Disney executives watched the success of the Pixar films with mingled joy and alarm. On the one hand, the Pixar films—particularly Finding Nemo and the two Toy Story films—were bringing quite a bit of money into their coffers, both in box office receipts and ancillary merchandise revenue. On the other hand—well, after the late 1990s, most of the Disney produced animated films were losing money, and only Lilo & Stitch was bringing in anything close to the ancillary revenue generated through sales of little Woodys, Buzz Lightyears, Monsters and Nemos.
Pixar arguably was overtaking Disney on what had been their exclusive, lucrative domain. (Arguably, since other studios had also produced financially successful full length animated movies, and the Disney issues had more to do with the quality of their films than with their rivals.) And, far more alarmingly, relationships between the two companies were slowly but surely disintegrating, even as Pixar animators showed Disney executives concept art of talking cars.
Wall Street executives and journalists alike were later to blame this disintegration on the crashing personalities and egos of Disney CEO Michael Eisner and Pixar CEO Steve Jobs. But their egos were only part of the problem. The two had very real contractual fights as well. Eisner, for instance, had insisted on treating Toy Story 2 and the proposed Toy Story 3 as mere sequels to Toy Story, instead of two separate films that would count towards the five films that Pixar had promised Disney—forcing Pixar to produce two more films.
More alarmingly, from the point of view of Steve Jobs, Eisner had attacked Jobs’ other company, Apple, during testimony in front of the United States Senate, blaming Apple for encouraging internet piracy—which to Eisner, was the same as attacking Disney and ABC revenue. Jobs was outraged, and after allegedly yelling at a number of Disney executives who had not testified in front of the Senate, he much less allegedly reached out to Roy Disney, announcing that once Pixar had fulfilled its contract—with either six (five films plus Toy Story 2 in Pixar’s version of the contract) or seven (five films plus Toy Story 2 and Toy Story 3 in Disney’s version) or eight (all of those plus a sequel to Monsters, Inc., also in Disney’s version) the company would completely sever its ties with Disney. Roy Disney, who had his own issues with Eisner, began making moves to force Eisner out.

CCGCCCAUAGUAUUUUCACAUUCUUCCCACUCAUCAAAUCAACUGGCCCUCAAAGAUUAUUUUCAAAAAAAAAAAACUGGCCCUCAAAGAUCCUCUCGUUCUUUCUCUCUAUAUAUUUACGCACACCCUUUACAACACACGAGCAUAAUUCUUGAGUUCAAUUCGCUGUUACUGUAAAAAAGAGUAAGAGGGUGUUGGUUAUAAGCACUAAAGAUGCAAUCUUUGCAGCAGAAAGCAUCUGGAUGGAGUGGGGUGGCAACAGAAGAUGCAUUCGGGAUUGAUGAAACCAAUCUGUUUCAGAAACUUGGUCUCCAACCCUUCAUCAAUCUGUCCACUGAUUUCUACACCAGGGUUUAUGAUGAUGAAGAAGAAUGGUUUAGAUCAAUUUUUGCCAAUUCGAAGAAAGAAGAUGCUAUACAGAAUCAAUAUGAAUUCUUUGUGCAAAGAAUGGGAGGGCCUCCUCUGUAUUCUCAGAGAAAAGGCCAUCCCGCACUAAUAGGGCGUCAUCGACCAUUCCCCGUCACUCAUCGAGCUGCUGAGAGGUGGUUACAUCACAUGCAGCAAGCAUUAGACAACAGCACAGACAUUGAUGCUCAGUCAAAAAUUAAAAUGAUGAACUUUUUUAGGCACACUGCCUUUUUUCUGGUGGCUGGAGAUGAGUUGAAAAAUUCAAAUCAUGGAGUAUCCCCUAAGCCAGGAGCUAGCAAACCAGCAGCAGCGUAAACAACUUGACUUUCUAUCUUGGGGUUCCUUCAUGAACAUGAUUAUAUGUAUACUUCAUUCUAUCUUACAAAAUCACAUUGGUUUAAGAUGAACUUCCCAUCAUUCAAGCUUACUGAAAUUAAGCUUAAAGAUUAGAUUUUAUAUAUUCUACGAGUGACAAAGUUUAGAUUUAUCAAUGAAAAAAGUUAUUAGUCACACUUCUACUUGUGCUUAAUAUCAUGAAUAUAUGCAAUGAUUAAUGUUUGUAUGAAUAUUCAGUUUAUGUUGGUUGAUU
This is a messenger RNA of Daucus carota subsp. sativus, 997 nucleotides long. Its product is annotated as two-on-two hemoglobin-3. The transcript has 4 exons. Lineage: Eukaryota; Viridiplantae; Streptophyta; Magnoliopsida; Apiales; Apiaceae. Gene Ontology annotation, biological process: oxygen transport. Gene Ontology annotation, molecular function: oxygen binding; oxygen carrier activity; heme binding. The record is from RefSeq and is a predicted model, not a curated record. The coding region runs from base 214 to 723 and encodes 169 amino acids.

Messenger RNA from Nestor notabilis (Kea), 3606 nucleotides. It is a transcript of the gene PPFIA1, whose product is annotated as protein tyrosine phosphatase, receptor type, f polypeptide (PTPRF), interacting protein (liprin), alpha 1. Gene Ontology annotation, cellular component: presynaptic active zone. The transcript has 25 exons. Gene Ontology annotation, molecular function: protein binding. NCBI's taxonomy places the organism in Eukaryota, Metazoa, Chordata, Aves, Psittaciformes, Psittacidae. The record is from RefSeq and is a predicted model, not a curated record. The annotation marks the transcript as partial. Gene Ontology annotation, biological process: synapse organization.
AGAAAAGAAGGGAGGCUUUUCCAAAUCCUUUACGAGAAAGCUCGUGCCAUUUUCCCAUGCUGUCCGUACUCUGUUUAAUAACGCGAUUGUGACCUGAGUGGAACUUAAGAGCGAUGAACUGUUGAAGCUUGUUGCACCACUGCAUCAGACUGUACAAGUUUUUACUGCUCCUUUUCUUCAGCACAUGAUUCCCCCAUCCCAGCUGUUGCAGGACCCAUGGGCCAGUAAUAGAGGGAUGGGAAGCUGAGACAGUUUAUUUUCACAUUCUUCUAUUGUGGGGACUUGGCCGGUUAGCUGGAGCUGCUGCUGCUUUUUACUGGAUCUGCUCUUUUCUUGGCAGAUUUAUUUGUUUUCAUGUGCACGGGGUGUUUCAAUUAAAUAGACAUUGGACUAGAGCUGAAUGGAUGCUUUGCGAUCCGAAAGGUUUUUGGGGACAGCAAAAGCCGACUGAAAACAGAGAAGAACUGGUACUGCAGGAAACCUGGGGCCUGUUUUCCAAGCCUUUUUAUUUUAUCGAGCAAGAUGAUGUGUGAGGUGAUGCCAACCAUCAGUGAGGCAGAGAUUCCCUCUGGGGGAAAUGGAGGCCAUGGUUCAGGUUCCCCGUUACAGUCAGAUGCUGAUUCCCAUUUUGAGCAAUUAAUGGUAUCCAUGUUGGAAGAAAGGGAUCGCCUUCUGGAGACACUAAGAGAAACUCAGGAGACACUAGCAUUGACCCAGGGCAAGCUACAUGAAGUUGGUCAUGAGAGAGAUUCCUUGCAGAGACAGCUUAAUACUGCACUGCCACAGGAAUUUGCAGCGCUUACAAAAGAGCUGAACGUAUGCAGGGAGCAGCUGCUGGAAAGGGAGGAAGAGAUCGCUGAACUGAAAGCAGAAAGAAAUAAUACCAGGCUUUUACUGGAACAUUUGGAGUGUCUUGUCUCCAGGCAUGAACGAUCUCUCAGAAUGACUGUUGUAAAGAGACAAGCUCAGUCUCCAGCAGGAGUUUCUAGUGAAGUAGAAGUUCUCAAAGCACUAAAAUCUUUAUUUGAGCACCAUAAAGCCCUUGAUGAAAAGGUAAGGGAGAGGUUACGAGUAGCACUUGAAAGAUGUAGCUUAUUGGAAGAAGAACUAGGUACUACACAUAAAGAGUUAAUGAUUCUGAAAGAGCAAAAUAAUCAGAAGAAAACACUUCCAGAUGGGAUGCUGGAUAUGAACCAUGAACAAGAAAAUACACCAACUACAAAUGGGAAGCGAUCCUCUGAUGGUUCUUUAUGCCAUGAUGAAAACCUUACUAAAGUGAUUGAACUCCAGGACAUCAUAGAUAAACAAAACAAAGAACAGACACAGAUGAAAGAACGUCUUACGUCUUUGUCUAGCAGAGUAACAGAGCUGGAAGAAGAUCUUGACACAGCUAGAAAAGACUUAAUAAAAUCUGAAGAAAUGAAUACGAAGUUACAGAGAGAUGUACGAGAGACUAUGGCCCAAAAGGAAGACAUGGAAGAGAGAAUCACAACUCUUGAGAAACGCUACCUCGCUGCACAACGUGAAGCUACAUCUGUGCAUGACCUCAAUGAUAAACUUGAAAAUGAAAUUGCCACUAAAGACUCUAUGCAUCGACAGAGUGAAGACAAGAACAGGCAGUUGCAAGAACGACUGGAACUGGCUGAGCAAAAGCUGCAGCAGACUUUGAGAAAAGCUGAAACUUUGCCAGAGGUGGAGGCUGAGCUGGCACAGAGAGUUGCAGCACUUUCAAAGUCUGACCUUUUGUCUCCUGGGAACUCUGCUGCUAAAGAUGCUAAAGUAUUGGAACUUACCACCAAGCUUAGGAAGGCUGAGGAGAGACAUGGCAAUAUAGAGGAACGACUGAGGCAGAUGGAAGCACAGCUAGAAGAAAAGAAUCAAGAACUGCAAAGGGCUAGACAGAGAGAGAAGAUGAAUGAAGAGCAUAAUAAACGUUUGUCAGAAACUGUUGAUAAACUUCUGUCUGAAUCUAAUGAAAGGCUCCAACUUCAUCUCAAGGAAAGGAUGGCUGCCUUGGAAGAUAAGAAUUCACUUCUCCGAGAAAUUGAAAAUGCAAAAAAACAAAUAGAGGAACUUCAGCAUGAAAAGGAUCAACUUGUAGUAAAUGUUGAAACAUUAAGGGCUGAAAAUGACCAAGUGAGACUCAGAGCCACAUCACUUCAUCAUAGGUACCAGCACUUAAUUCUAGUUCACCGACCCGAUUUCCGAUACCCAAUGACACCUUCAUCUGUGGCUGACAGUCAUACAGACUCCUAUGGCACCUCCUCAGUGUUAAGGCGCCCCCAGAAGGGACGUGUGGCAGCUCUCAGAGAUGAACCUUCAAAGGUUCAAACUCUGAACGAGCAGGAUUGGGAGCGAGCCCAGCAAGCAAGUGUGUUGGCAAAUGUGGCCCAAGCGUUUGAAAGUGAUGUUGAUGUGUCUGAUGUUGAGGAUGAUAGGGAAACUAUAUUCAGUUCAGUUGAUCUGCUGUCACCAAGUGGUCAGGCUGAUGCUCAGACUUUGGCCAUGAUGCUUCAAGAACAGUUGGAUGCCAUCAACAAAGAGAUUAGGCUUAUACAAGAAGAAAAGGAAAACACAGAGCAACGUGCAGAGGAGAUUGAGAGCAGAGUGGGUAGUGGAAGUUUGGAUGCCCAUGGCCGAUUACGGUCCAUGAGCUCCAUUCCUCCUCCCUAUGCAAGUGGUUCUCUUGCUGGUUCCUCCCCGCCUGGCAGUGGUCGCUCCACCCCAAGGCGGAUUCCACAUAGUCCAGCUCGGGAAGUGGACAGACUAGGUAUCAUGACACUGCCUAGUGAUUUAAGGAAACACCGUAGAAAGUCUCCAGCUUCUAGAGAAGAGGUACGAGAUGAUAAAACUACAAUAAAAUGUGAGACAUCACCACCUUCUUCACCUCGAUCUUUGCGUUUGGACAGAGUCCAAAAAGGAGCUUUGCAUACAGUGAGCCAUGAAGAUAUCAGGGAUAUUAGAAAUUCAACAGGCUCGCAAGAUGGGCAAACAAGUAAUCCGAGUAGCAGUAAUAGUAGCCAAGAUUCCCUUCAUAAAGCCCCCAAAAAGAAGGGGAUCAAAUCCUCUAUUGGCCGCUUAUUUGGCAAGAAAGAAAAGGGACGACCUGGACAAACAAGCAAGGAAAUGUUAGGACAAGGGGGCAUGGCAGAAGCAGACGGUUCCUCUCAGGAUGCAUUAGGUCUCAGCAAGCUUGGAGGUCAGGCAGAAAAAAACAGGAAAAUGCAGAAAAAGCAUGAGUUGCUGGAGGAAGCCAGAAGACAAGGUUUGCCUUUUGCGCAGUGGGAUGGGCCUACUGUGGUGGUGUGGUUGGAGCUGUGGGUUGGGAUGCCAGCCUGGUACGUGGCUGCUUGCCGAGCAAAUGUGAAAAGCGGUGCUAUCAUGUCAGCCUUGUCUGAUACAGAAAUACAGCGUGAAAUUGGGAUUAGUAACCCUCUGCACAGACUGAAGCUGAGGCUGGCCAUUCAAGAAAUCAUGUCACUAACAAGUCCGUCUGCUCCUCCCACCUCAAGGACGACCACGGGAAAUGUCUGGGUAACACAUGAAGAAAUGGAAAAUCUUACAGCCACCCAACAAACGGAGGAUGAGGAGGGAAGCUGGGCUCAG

In 2003, Jobs took things still further. After meeting with various Disney rivals, Jobs offered Eisner a revised deal where Disney could still use Pixar’s characters in its theme parks and on its cruise ships—an ongoing lucrative arrangement—but would no longer share ownership in Pixar films. Instead, Disney would receive a distribution fee. Eisner noted that Disney had the rights to make sequels to the existing Pixar films, and had Roy Disney forced out from the Disney board. Steve Jobs responded by making very mean (if accurate) comments about the various direct-to-video Disney sequels.
By early 2004, Steve Jobs announced that he was ending negotiations with Disney, and that once Pixar had delivered the two pending films, he would stop working with Disney until and unless Eisner left the company. Pixar delivered The Incredibles in November 2004. Only one more film, and then finally the Pixar/Disney relationship would be over, finito, ended, completely over. Jobs contacted various Hollywood distributors. Disney executives not named Eisner tried to keep polite cover faces. Even the announcement, in early 2005, that Eisner would step down before his contract expired did not calm Jobs: he announced that Pixar would be delivering its last film—a small thing about talking cars—and that would be it. This did not create a smooth relationship between Pixar artists and Disney executives, and added to the usual tensions of film development.
Much worse was to come, when Cars co-director Joe Ranft was unexpectedly killed in a car accident midway through production, at the too young age of 45. It was a major loss for the company: Ranft had worked on all of Pixar’s films, as a concept artist, storyboard artist, story writer, director and/or voice actor, while continuing to work with Tim Burton’s various stop-motion films. It also put Cars back into the distracted hands of John Lasseter, busy with the tense Disney/Pixar negotiations and concerns about what Disney would do to his beloved Toy Story and Monsters, Inc. characters if the studio exercised their right to make sequels, and less concerned with talking cars.
All of this background drama, and Lasseter’s inability to focus on this film as much as he had on previous Pixar efforts, probably helps explains why Cars is regarded by most fans as one of the weakest of the earlier Pixar films, with a select few naming A Bug’s Life instead. Pixar had, of course, produced films under equally stressful conditions, with Toy Story essentially a Hail Mary pass for the studio, and Toy Story 2 reaching the point of giving animators repetitive stress injuries and making them wonder what that odd thing called “sleep” was. And in some ways, Pixar’s position had never been stronger. At the same time, these sorts of contractual disputes and background drama were more distractions than motivators—and Pixar definitely needed motivators.